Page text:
ApplicationNo. 06/126755 filed on 03/03/1980
US Classes:2/424, And face2/10, Hat or cap attachments2/425Sport headgear
ExaminersPrimary: Nerbun, Peter
Attorney, Agent or Firm
International ClassesA42B 3/18 (20060101)
A42B 3/22 (20060101)
Foreign Application Priority Data1979-03-02 FR
BACKGROUND OF THE INVENTION
The present invention relates to a helmet having a withdrawable shield of the type in which the shield has a lower notch adapted to rest on the nose of the user and is connected to a support which is pivoted to the outer shell of the helmet.
In known helmets of this type (see for example French Pat. No. 1446416) the shield is rigidly fixed to its pivotal support. This shield consequently cannot be in any way adjusted in the direction from the front to the rear in the loweredposition, which constitutes a serious drawback.
An object of the invention is to provide a helmet of the same type in which the shield may indeed rest on the nose of the user in the manner of a pair of goggles or spectacles irrespective of the dimension of the head of the user.
SUMMARY OF THE INVENTION
According to the invention, there is provided a helmet having a withdrawable shield of the aforementioned type, wherein the shield is connected to the support by an elastically yieldable connection which biases it inwardly of the helmet.
Preferably, and in particular for a ski crash helmet, the support is located within the outer shell of the helmet and is provided with actuating means which are accessible from outside the shell, a space for housing the shield in the withdrawnposition thereof being provided in the front part of the shell.
Further features and advantages of the invention will be apparent from the ensuing description which is given merely by way of example with reference to the accompanying drawings in which:
BRIEF DESCRIPTION OF THE DRAWINGS
FIG. 1 is a side elevational view, with a part cut away, of a helmet according to the invention,
FIG. 2 is a similar view, partly in section, illustrating the adaptability of the shield;
FIG. 3 is a partial view in the direction of arrow 3 of FIG. 1;
FIG. 4 is a diagrammatic view of a modification of the helmet according to the invention.
DETAILED DESCRIPTION OF THE INVENTION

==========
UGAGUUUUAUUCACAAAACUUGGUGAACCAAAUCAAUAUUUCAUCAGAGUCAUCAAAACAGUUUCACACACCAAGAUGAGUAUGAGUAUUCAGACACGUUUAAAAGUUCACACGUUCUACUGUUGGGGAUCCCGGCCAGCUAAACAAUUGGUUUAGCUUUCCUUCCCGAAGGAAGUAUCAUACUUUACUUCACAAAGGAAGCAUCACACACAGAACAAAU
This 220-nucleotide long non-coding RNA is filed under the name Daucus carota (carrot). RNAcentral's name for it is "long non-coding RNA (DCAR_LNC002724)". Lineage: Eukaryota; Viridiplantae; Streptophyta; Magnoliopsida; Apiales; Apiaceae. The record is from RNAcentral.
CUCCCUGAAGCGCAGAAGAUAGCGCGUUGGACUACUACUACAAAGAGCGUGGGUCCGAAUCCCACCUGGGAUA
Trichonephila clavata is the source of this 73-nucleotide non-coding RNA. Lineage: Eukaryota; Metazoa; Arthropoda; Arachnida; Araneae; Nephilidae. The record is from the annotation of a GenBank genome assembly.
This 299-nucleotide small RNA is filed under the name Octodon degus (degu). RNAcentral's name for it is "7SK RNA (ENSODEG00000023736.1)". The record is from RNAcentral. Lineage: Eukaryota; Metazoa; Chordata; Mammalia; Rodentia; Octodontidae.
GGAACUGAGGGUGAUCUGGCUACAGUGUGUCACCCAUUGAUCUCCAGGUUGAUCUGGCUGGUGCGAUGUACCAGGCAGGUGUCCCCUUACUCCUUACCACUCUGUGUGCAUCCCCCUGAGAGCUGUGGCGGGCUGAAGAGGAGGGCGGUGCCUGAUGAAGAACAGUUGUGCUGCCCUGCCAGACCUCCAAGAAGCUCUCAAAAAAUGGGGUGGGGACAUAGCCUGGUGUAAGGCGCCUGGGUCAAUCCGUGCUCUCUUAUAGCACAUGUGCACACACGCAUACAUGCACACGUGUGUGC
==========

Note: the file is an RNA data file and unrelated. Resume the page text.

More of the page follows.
The helmet for a skier shown in FIG. 1 is symmetrical relative to a vertical median plane which is the plane of this Figure. It comprises a rigid outer shell 1, for example of moulded plastics material, a shock absorbing lining or soft skull-cap2 which is for example of expanded plastics material, and a withdrawable shield device 3.
The shell 1 has a conventional shape which is roughly 3/4 of a sphere extended forwardly and downwardly by two lateral roughly planar cheek portions 4. These two cheek portions may, in a modification, extend forwardly and be interconnected by atransverse strip (not shown) so as to give a so-called "integral" shape to the helmet.
The cap 2 exactly fits the inside shape of the shell 1 in the rear half of the latter to which it adheres. Beyond the transverse diametral plane P, it is extended forwardly at substantially the same radius of curvature while it progressivelymoves away from the shell as the base of the cap is reached. An outwardly widening space 5 is thus defined in the front upper part of the helmet between the shell 1 and the cap 2.
An element 6 of the shield device 3 externally lines this front part of the cap 2 and consequently defines the lower limit of the space 5. This element 6 is formed by a relatively rigid thin quarter of a sphere which is downwardly extended oneach side by a side portion 7 which extends beyond the cap 2 and terminates a little short of the lower edge of the shell 1, in the vicinity of the plane P. Each side portion 7 has extending therethrough a rivet 8 which connects it to the shell 1. Adownward or shoulder step 9 is provided on each side in the front upper part of the element 6. This step has, in side view (FIG. 1), the shape of a ramp which is first at roughly 45° and then curves upwardly.
In addition to the element 6, the device 3 comprises a bow member 10 and a shield or goggles 11. The bow member 10 forms a half circle whose radius is slightly less than that of the shell 1. At each end, it is pivotally mounted on the rivet 8and is extended downwardly by a rectilinear lever 12 adjacent to the corresponding cheek portion 4. This lever 12 extends beyond the lower edge of the shell 1.
The shield 11 is made from transparent plastics material which may be smoked or tinted. It has the conventional shape of a single-piece enveloping pair of goggles with a lower notch 13 adapted to rest on the nose of the user. Its periphery iscontinuous and devoid of corners and it is bordered in its lower part by a sealing element 14 of foam material. The maximum width of the shield 11 is equal to the distance between the start of the two ramps 9. As shown in the underside view of FIG. 3,the transverse curvature of this shield exceeds that of the part of the element 6 which is located between the ramps 9.